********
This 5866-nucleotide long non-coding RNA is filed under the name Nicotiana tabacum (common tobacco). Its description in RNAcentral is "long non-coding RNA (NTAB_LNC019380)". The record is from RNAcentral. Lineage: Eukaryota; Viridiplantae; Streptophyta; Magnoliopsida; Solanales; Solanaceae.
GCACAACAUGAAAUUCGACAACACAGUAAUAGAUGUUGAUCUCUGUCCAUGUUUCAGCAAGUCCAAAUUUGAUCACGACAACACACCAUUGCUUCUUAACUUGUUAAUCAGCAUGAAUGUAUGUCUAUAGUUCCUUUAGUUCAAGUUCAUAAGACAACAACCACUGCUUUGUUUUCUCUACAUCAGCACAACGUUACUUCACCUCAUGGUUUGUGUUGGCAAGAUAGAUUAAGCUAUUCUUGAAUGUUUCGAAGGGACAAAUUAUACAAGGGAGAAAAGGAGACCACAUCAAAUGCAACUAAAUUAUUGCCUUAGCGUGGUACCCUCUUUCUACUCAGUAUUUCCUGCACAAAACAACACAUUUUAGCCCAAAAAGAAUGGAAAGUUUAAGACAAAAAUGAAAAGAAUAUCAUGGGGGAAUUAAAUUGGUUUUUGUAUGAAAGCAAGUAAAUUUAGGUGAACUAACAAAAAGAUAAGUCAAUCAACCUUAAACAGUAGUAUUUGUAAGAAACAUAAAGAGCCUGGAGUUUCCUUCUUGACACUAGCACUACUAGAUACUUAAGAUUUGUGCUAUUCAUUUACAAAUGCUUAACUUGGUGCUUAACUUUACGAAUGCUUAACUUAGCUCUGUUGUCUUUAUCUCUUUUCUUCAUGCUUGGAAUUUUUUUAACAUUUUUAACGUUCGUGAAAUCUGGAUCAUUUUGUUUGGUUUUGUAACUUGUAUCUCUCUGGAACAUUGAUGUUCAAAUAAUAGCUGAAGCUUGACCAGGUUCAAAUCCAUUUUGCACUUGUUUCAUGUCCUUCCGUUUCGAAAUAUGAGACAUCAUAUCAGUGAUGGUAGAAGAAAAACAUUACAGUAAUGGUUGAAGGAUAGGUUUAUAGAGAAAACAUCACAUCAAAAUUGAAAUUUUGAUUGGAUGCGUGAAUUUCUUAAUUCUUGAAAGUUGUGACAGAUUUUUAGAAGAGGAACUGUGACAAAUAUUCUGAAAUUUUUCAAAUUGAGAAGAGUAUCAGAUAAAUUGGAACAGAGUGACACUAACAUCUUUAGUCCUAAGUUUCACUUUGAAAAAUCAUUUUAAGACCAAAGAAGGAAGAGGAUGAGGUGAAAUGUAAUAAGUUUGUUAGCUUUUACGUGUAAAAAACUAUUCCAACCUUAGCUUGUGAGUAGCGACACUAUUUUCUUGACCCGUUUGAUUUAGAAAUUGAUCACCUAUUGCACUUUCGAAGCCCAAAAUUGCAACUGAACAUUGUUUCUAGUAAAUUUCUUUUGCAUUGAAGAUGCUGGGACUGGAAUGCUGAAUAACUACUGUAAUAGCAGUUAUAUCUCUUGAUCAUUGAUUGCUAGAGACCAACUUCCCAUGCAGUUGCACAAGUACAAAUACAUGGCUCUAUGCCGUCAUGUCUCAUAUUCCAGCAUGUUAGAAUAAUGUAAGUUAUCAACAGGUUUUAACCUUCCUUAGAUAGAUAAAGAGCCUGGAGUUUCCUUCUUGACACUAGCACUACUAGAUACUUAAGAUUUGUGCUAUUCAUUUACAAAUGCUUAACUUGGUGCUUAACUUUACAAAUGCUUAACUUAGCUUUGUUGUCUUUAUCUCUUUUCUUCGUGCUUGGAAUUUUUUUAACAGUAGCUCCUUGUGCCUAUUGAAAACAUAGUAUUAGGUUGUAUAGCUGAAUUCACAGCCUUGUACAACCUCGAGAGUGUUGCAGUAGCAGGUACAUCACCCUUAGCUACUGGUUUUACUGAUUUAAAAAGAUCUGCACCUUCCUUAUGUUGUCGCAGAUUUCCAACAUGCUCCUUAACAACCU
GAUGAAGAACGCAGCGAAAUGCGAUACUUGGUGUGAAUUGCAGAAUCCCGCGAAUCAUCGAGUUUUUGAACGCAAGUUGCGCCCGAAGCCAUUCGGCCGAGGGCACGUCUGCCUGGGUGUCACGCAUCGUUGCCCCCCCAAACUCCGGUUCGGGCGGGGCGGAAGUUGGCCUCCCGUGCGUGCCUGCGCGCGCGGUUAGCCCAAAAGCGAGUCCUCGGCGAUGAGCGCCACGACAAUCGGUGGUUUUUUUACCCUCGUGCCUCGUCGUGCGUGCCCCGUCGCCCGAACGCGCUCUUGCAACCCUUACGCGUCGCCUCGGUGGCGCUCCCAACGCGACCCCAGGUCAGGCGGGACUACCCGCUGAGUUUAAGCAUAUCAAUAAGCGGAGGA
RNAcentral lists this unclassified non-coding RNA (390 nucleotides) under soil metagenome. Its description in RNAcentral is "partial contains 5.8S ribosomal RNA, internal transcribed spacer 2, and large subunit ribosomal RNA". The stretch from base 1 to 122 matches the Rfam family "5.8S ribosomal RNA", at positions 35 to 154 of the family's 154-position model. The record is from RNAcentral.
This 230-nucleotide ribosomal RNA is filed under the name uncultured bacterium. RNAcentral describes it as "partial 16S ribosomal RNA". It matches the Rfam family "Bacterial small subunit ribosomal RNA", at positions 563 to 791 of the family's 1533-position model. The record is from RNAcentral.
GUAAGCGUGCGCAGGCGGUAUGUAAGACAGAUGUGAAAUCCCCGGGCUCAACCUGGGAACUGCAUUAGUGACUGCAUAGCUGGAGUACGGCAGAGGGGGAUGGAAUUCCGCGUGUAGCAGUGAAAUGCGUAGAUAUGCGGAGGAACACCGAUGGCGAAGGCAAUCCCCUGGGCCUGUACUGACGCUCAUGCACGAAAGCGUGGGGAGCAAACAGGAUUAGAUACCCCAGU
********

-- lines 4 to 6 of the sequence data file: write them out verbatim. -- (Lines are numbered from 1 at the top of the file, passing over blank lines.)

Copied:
RNAcentral lists this unclassified non-coding RNA (390 nucleotides) under soil metagenome. Its description in RNAcentral is "partial contains 5.8S ribosomal RNA, internal transcribed spacer 2, and large subunit ribosomal RNA". The stretch from base 1 to 122 matches the Rfam family "5.8S ribosomal RNA", at positions 35 to 154 of the family's 154-position model. The record is from RNAcentral.
This 230-nucleotide ribosomal RNA is filed under the name uncultured bacterium. RNAcentral describes it as "partial 16S ribosomal RNA". It matches the Rfam family "Bacterial small subunit ribosomal RNA", at positions 563 to 791 of the family's 1533-position model. The record is from RNAcentral.
GUAAGCGUGCGCAGGCGGUAUGUAAGACAGAUGUGAAAUCCCCGGGCUCAACCUGGGAACUGCAUUAGUGACUGCAUAGCUGGAGUACGGCAGAGGGGGAUGGAAUUCCGCGUGUAGCAGUGAAAUGCGUAGAUAUGCGGAGGAACACCGAUGGCGAAGGCAAUCCCCUGGGCCUGUACUGACGCUCAUGCACGAAAGCGUGGGGAGCAAACAGGAUUAGAUACCCCAGU